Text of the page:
LISMORE trucking company Wants Transport is fighting pressure from two directions with fuel price increases looming and new competitors on the scene "undercutting" freight rates.
Owner Matthew Want said times were tough and the Federal Government's introduction of a new fuel tariff would not help the situation.
The average family will pay about $20 a year extra for fuel once the tax has been implemented on November 10.
It is expected to raise $2.2 billion for roads and job creation, but only if the Senate overturns its previous refusals to give the tax a green light.
All money raised from the tariff will be returned to fuel companies if it is not approved by the Senate within 12 months.
"It's hard for us to pass on any new costs at the moment because we're already trying to fight off new guys who are cutting the rates," Mr Want said.
"Smaller operators are coming in and undercutting the prices for a period of time so they can get our work.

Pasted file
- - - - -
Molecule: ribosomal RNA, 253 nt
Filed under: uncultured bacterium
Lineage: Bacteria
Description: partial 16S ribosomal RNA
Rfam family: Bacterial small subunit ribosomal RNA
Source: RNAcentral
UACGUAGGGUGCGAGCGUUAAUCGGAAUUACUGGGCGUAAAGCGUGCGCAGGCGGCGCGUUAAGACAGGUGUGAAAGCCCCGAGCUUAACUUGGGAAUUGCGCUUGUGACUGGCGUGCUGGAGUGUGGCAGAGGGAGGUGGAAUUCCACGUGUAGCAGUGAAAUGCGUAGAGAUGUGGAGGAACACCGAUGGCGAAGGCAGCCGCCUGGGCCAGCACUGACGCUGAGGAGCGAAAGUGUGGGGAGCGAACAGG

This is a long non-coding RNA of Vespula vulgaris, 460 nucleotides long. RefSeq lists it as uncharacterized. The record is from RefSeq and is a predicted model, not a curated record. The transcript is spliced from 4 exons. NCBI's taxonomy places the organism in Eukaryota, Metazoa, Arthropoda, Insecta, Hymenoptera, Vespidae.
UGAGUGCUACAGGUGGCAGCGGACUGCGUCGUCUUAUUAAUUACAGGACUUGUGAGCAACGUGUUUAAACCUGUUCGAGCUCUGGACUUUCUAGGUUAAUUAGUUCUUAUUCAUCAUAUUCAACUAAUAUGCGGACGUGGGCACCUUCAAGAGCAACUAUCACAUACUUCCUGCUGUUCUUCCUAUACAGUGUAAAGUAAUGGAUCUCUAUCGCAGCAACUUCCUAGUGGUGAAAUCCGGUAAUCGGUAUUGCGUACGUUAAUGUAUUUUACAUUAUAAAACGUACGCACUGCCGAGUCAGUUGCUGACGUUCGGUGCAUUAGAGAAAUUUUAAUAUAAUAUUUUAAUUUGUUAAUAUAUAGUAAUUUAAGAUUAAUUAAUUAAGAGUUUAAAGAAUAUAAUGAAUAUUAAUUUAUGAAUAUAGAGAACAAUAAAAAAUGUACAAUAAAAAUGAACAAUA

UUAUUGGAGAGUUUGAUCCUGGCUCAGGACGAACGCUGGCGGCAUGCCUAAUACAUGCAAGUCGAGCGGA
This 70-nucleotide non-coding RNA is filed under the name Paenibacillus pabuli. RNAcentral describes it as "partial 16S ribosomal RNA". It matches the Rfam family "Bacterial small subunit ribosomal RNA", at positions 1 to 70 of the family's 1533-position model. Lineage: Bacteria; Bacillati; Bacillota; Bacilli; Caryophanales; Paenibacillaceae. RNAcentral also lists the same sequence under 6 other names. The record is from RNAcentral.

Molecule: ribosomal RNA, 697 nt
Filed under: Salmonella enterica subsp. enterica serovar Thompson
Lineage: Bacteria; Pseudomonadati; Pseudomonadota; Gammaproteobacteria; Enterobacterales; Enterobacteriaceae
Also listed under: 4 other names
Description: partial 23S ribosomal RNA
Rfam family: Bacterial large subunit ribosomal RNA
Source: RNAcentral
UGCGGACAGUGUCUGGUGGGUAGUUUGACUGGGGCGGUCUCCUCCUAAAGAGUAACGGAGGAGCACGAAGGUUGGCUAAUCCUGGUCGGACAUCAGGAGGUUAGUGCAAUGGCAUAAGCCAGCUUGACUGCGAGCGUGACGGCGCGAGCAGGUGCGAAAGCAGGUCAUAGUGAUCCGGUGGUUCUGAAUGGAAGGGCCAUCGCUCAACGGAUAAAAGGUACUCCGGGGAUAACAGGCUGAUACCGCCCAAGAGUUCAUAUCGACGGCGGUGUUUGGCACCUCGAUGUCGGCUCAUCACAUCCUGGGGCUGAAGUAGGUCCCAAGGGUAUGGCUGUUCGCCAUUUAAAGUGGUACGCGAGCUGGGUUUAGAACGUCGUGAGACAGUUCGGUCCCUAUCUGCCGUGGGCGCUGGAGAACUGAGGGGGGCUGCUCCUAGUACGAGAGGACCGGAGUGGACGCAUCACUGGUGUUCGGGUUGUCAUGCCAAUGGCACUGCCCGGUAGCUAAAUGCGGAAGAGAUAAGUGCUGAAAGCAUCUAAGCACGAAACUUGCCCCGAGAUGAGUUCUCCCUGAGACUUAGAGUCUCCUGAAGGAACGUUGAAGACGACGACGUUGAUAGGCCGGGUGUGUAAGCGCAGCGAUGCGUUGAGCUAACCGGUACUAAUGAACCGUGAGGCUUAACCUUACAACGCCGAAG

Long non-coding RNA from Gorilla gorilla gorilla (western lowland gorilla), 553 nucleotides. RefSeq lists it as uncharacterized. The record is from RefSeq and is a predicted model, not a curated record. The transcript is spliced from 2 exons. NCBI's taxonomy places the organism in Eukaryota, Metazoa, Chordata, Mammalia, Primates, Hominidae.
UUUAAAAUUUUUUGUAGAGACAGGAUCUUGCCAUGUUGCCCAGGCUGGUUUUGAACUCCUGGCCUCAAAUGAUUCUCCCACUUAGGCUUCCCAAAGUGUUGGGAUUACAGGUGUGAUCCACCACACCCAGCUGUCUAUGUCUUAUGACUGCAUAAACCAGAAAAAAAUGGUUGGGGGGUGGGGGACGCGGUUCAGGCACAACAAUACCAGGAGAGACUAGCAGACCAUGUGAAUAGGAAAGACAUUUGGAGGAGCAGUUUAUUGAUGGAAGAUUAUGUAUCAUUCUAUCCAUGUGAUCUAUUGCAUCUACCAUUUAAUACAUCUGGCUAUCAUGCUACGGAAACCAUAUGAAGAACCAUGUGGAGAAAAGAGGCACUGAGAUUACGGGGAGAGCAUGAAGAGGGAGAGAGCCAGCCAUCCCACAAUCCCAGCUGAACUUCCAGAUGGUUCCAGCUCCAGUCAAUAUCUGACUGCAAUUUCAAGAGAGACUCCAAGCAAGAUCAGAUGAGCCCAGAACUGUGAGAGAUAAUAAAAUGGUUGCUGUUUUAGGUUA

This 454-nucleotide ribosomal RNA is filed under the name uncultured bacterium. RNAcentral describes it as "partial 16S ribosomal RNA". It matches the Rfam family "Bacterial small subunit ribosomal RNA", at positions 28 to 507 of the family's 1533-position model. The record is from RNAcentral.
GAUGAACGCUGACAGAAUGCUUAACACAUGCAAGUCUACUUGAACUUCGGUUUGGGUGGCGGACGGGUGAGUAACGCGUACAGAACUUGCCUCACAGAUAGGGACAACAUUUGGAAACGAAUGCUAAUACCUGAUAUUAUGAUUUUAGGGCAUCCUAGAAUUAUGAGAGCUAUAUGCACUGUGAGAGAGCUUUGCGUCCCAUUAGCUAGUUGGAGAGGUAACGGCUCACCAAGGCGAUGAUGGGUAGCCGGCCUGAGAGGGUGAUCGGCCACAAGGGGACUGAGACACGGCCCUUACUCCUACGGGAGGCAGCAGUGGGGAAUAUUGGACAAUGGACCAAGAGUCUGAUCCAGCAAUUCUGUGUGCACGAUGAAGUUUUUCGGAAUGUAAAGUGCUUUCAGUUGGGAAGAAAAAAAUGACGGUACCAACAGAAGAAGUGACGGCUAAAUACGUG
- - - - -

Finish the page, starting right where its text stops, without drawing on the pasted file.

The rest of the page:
"We've lost a couple of contracts in recent months."
Mr Want said the bulk agricultural haulage company was also coming to grips with an industry becoming increasingly tangled in red tape.
"I think we're just over-regulated with all the rules we have to adhere to," he said.
"We have more people in our office now than when we were doing the same work five years ago, just doing all the paperwork so we can keep our accreditations.
"The bottom line is getting harder and harder."
NRMA president Kyle Loades questioned the logic behind the scheme.
"It is clear that the government was not going to get fuel indexation passed in the Senate, and we're not surprised - it was a bad policy that would hurt Australian families," he said.
"While the government might argue that indexation will only cost an additional 40c per week, that's an extra $20 a year that many families can't afford and it will continue to increase twice a year indefinitely.
"We also question the logic behind this approach if every driver in the country will then be handing in receipts in 12 months time to claim their money back.
"The government must guarantee that if this measure is defeated in the parliament in 12 months time that all money collected from motorists will be refunded."